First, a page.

Discussion is ongoing at Sidebar (and check out the Institutes's general blog.) Bob has a long drafty post up right now about a notion I nudged forward (and was gratified when several others took and ran it approximately where I was going.) Thinkr. (Too cute? Pajamas Media for the elbow patches set? Hope not. How about Glasperlen Press, as a name for the publishing wing that might go with?)
But what IS it?
You know what I said about shrugging off my jetlag? I lied. I'll tell you more about my latest dreams of the future of academic blogging and e-publishing after I've gotten yet more sleep. To quote the not wholly irrelevant epigraph from The Glass Bead Game:
... For although in a certain sense and for light-minded persons non-existent things can be more easily and irresponsibily represented in words than existing things, for the serious and conscientious historian it is just the reverse. Nothing is harder, yet nothing is more necessary, than to speak of certain things whose existence is neither demonstrable nor probable. The very fact that serious and conscientious men treat them as existing things bring them a step closer to existence and to the possibility of being born.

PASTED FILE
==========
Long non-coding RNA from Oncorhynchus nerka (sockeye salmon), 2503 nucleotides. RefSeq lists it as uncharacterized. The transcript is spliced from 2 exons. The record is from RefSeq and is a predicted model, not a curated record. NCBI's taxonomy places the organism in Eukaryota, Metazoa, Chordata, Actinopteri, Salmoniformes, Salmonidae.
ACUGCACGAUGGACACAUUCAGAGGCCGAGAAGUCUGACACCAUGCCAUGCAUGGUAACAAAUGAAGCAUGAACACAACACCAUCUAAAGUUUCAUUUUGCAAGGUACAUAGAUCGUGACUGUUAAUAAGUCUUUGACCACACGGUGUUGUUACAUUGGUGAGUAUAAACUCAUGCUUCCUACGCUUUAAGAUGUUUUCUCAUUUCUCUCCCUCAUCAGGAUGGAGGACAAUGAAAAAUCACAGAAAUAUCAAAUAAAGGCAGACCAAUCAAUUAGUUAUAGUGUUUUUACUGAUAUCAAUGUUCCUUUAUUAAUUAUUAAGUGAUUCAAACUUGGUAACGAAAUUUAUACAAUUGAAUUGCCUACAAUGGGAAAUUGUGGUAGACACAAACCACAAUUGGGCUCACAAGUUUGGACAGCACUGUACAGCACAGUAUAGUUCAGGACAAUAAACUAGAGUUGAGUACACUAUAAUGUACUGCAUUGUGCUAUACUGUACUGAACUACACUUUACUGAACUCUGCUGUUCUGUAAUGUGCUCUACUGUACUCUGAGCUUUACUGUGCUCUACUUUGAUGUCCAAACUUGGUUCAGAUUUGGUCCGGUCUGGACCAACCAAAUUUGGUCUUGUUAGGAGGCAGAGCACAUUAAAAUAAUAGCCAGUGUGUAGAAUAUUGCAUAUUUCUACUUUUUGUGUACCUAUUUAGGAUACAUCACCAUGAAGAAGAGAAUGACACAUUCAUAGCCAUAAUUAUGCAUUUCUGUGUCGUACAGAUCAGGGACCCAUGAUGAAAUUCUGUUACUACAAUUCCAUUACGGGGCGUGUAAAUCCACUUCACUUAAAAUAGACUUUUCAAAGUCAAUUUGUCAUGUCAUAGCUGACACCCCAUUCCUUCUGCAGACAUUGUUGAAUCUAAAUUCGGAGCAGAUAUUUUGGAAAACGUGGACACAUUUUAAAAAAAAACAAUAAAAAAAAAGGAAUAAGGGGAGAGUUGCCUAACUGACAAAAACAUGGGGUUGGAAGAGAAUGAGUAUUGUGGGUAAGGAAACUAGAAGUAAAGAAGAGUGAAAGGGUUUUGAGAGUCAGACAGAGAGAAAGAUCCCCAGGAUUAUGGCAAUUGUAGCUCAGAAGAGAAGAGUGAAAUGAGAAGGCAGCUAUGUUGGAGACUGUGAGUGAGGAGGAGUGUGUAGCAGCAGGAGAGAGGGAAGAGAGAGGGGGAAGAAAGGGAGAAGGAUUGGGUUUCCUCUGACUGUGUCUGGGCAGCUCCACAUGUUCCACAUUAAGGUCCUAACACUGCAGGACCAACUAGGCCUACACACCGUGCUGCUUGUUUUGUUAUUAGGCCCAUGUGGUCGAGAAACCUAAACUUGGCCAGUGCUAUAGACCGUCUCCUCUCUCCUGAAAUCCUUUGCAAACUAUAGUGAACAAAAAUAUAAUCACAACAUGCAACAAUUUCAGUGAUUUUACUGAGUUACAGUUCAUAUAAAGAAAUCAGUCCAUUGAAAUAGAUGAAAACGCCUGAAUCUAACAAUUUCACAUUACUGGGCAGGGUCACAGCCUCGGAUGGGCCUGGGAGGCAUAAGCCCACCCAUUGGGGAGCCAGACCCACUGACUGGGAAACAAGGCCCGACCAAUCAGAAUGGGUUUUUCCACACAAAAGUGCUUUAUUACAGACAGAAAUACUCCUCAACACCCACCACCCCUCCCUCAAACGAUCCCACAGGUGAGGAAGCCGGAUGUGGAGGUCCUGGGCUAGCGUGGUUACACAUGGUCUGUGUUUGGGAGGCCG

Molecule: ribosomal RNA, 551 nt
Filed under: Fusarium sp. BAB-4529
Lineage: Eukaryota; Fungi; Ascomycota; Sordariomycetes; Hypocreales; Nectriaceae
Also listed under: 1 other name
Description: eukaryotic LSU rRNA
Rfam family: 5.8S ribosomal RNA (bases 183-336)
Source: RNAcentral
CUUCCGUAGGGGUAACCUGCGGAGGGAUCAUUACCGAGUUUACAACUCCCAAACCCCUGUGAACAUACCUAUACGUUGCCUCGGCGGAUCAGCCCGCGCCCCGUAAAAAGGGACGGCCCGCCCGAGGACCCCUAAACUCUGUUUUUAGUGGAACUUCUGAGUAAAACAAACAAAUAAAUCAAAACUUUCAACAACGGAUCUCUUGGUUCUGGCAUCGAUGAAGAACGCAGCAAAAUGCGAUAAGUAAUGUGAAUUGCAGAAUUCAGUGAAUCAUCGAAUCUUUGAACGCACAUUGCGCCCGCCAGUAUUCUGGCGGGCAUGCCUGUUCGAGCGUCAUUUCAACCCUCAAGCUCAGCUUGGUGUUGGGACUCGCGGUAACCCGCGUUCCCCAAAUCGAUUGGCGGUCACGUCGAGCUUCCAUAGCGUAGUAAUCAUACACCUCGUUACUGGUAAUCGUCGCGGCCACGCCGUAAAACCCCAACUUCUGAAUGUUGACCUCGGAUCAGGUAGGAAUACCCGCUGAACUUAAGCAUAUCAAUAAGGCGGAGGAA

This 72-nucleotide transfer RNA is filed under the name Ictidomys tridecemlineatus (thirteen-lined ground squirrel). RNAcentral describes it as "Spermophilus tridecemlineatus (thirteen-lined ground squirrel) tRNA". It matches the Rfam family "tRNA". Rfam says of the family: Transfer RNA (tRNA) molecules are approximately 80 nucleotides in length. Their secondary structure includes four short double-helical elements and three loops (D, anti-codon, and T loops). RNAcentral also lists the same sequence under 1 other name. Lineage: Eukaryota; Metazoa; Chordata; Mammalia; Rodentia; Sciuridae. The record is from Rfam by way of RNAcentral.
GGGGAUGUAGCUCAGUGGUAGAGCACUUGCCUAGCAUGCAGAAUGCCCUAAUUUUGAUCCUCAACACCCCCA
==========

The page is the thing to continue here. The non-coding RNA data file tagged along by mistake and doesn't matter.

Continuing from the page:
tract. de cristall. spirit.
ed. Clagor et. Collof. lib. I, cap. 28
(in Joseph Knecht's holograph translation
Plus I'm having a whole world of computer problems.
For although in a certain sense and for light-minded persons non-existent things can be more easily and irresponsibily represented in words than existing things...
What does that do to the private language argument?